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Avoid the 7 Deadly Mistakes Sellers Make When They Carry Paper (VII of VII)

December 1st, 2009 by Dawn Rickabaugh

Deadly Mistake #7: Don’t keep a careful accounting of the note payments you receive

Let’s pretend that you have a nice juicy note you’re trying to sell . . . you got a 20% down payment from a buyer who had a 700 FICO, the loan amount was $100,000 at 12% interest.  Fully amortized over 20 years, you’re supposed to be enjoying $1,101.09 a month.

Wow, isn’t that great?  Wouldn’t you be able to sell that baby for a nice fat price?  C’mon . . . with an average discount, someone’s looking to bag a 15% return, for heaven’s sake!

Yeah . . . unless the payments don’t come in on time.  You could have a 42.9% interest rate, but it doesn’t matter, the return is irrelevant if the money isn’t flowing.

When someone buys a note (or if you are holding a note for retirement income) the most important thing they want to know is how likely it is that future payments will continue to be paid as agreed.

Most note buyers (the ones that will give you the best price) are not buying  hoping they’ll get a chance to foreclose and own the property.  They just want a predictable return.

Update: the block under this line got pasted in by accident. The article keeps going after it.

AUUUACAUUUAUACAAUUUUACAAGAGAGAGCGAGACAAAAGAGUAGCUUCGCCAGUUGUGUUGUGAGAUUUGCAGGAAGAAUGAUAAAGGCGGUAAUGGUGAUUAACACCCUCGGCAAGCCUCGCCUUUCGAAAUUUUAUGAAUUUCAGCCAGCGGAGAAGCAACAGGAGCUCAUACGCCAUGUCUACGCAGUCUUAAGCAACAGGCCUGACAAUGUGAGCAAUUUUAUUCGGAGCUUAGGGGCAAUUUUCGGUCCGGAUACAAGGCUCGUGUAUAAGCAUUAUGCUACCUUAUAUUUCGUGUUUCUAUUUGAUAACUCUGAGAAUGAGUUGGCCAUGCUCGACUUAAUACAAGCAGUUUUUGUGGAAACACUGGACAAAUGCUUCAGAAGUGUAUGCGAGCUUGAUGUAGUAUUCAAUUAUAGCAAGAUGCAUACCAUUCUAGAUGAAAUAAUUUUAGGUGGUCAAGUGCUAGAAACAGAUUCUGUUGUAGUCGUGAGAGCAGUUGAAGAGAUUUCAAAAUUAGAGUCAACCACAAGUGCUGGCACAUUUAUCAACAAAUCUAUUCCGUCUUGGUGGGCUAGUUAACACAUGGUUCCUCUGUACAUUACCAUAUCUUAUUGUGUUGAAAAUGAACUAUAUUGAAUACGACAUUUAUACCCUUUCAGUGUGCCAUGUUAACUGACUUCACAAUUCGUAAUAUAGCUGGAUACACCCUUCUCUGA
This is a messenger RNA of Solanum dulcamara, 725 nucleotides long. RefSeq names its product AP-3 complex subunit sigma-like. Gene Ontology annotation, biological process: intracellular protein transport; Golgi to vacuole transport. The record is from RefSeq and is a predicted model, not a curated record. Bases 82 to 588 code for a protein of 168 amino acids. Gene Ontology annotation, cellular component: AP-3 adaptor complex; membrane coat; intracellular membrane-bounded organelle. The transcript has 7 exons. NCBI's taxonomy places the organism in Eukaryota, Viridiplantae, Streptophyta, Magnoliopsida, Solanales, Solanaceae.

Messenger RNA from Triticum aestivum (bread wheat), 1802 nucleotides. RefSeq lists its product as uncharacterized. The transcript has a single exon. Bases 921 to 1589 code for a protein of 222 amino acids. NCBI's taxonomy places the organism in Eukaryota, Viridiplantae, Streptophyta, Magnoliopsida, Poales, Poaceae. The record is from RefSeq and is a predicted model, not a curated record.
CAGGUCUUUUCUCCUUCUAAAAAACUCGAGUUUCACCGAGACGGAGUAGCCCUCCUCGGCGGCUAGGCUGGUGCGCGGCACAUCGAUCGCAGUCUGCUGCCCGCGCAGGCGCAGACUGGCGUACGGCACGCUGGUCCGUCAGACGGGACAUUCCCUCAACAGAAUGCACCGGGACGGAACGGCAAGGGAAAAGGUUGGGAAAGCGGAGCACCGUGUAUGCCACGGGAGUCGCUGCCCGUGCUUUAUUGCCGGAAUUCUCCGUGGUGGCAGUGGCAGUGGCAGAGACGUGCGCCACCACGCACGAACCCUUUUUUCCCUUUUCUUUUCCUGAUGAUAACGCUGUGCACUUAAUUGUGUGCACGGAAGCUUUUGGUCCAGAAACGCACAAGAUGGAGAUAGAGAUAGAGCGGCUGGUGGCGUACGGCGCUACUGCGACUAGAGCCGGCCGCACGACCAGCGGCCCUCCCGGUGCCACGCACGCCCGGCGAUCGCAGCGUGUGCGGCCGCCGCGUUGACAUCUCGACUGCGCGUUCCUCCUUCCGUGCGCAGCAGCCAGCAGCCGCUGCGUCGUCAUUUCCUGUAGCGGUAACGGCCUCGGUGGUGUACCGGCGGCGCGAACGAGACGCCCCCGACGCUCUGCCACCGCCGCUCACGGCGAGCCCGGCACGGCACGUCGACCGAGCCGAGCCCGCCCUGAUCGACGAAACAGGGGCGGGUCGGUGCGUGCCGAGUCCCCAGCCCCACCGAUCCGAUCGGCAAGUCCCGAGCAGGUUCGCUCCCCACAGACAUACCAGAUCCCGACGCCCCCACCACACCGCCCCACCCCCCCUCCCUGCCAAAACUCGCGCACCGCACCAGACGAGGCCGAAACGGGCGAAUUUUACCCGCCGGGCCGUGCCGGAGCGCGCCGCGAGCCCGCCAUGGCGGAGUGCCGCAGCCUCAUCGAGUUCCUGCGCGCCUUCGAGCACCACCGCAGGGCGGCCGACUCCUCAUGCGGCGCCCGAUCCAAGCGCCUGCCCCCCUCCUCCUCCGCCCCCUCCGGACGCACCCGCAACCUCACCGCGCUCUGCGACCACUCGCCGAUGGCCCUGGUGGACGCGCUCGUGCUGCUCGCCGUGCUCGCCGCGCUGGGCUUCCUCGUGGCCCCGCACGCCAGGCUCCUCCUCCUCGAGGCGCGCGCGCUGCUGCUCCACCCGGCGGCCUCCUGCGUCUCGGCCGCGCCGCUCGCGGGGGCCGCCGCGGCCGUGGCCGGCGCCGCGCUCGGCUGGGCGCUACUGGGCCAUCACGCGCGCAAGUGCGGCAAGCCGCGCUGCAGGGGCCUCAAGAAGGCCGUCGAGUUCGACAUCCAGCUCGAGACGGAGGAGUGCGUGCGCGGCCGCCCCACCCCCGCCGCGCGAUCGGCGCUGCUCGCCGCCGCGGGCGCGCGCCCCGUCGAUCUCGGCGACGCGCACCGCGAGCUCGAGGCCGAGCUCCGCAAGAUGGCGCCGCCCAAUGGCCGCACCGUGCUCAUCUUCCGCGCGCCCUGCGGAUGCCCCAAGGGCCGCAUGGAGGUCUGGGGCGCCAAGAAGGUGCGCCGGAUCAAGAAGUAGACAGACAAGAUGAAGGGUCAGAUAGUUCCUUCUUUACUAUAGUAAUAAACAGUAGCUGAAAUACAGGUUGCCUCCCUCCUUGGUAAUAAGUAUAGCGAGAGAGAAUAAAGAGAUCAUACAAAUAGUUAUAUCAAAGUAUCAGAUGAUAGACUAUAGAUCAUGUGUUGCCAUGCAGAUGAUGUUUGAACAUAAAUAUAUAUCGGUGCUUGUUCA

That’s why payment history is so important to document.

Now, if you’ve got a note that’s in default, the only people who will buy it are the ones that wouldn’t mind owning the property securing the note, and they’ll ask you to take a really steep discount for rescuing you from the foreclosure scenario.

Smart tip:  Have a note servicing company service your note if you’re too ADHD to keep flawless records yourself.

Document when the payments come in, keep copies of cancelled checks and bank statements so you won’t have any trouble proving that you’ve got a ‘performing asset.’

And it’s really not a bad idea to have your note serviced by a third party note servicing company.  It’s not expensive, and your payment history is flawless, which is very handy when you go to sell your note.  They also file any relevant documents for you, such as 1098s and 1099s.

This excerpt is taken from “Seller Financing on Steroids: Pumping Paper for Power, Peace and Profits,” a guide that can be downloaded for free at: www.NoteQueen.com.

So, over the last 7 weeks we’ve covered the 7 biggest mistakes sellers make when they carry paper, and how to avoid them.

The markets continue to be unpredictable, so it’s important for buyers and sellers to be equipped with alternative, but safe ways to continue to put winning real estate solutions together.

And if you’re a real estate professional, wouldn’t you like to put or keep more transactions together?  We can do our part to keep the cogs greased in our economy, and preserve the dream of home ownership by helping buyers buy and sellers sell, regardless of market conditions.

Always consult with your CPA, tax attorney and/or financial advisor before selling property or paper.

Dawn Rickabaugh is a RE broker with expertise in seller financing and RE notes (trust deeds).  www.NoteQueen.com  626.641.3931

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